Having spent the past year been involved helping this particular government agency organise and prepare itself to set-up and operate the country’s national credit bureau, the new deadline of late 2014 gives me confidence that the light at the end of the tunnel is near. I am hoping to work with one of Europe’s largest credit bureau to participate in this tender to provide the needed system for its needs.
From BusinessWorld Philippines
November 19, 2012
Credit info bureau hit by delay again
THE CENTRAL credit information bureau is expected to become operational in late 2014 — two years later than first thought — as the data storage system that is key to its functioning still needs to be set in place.
“We have moved our target for the launch of the central credit information bureau. We think the credit bureau can be fully operational by the last quarter of 2014,” Baltazar N. Endriga, Credit Information Corp. (CIC) president, told BusinessWorld yesterday on the sidelines of a symposium organized by the Rural Bankers’ Association of the Philippines (RBAP) to mark its 55th charter anniversary.
The bureau should have become operational in December 2012 but this was delayed to December 2013 as issues regarding its legal identity as a corporation first needed to be settled.
The CIC was created under Republic Act (RA) No. 9510 or the Credit Information System Act of 2008 to serve as a central registry or central repository of credit data. A credit information system is expected to improve the availability of credit, especially to micro, small and medium enterprises, and to reduce financial firms’ credit risk.
Mr. Endriga said the CIC started to hire employees only in January and used up four months to find and rent an office as it had to follow procurement rules being a state firm.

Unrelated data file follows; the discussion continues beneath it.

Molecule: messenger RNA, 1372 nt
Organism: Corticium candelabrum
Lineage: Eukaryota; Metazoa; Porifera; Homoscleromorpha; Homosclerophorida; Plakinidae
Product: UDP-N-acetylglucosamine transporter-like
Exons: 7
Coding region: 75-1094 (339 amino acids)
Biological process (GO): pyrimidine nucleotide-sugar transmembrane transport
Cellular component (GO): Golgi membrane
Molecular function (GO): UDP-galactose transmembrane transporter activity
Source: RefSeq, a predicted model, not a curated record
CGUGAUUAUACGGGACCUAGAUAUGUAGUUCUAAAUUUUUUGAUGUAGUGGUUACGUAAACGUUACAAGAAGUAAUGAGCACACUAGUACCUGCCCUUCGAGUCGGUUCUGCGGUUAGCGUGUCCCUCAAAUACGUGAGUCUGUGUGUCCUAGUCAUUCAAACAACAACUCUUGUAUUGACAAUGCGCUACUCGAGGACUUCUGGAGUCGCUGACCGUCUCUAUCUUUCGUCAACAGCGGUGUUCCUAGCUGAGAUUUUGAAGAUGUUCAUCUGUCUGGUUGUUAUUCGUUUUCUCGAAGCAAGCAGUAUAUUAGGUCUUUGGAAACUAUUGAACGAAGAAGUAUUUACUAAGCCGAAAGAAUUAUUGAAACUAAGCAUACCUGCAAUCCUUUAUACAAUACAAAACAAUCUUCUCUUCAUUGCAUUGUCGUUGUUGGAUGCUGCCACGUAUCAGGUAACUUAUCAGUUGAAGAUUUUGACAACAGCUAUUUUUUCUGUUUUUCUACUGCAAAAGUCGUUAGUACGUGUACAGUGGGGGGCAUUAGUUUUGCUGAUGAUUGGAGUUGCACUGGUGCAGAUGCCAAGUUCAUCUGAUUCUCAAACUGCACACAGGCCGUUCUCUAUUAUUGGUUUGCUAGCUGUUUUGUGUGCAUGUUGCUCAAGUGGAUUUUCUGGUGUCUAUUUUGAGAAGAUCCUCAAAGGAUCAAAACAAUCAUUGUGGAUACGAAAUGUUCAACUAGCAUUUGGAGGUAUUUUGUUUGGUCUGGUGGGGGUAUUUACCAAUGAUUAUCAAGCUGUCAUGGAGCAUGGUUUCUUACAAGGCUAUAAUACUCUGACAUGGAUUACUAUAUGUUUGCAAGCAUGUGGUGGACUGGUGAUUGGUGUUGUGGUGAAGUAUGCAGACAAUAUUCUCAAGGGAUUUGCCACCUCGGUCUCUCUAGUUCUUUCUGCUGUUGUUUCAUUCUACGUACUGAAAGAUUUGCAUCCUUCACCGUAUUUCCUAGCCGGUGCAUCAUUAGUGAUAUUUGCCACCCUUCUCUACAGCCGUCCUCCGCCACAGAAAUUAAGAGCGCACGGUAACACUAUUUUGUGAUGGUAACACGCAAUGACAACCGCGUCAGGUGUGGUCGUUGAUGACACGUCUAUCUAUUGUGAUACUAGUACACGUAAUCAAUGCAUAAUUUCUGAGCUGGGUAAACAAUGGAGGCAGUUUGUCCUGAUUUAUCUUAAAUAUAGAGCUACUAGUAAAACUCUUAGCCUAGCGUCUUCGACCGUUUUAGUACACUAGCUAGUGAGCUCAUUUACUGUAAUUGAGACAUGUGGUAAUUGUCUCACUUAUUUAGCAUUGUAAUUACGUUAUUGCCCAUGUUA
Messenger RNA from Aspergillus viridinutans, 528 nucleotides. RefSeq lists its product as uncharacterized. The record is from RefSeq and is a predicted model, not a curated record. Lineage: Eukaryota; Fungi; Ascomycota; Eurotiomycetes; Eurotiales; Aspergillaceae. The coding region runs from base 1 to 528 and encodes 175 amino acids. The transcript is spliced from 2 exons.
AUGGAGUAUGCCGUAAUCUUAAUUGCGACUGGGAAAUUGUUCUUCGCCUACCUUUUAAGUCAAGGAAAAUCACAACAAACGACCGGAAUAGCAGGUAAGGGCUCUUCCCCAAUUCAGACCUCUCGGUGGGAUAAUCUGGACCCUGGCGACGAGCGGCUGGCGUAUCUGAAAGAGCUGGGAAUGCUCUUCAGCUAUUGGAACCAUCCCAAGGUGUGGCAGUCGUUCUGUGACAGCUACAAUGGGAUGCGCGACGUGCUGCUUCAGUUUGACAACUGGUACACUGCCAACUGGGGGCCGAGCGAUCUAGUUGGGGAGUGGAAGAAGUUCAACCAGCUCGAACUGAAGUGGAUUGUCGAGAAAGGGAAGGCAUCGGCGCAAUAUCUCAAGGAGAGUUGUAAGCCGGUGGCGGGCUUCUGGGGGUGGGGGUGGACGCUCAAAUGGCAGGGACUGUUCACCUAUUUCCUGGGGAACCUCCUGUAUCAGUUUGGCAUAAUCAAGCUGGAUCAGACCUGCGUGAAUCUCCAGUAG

He pointed out things got moving only after the Governance Commission for GOCCs, which oversees state firms, issued its opinion in November 2011 the CIC no longer needed to pay the Securities and Exchange Commission’s P1 million registration fee and seal its legal identity as a corporation as RA 9510 essentially established that it is one.
“Then, we found a consultant who will guide us through the process of finding the right system provider only last month,” Mr. Endriga further said.
Lat Nov. 14, CIC signed a memorandum of understanding with the International Finance Corp. (IFC), the private sector investment arm of the World Bank. IFC will provide advisory services to CIC, particularly with regard to the third party that will provide and maintain the credit database.
“IFC will help us choose the right system provider and guide us through the contract negotiation process,” he said.
Requests for proposal will be sent out in January, to be followed by a bidding to appoint the system provider.
Once the provider is chosen, CIC will turn its attention to collecting and cleaning credit data from banks, which is expected to be a tedious process.
Sought for comment, RBAP President Edward Leandro Z. Garcia, Jr., in an interview said the lack of a central credit information bureau prevents banks from extending lower lending rates to clients or to pursue clients who have good credit records.
“Since we have access only to the BAP (Bankers’ Association of the Philippines) credit bureau, which provides only a negative list of borrowers, we cannot lower the borrowing cost of some clients who have a good credit record,” he said.
The CIC will provide both positive and negative credit data on borrowers. — Ann Rozainne R. Gregorio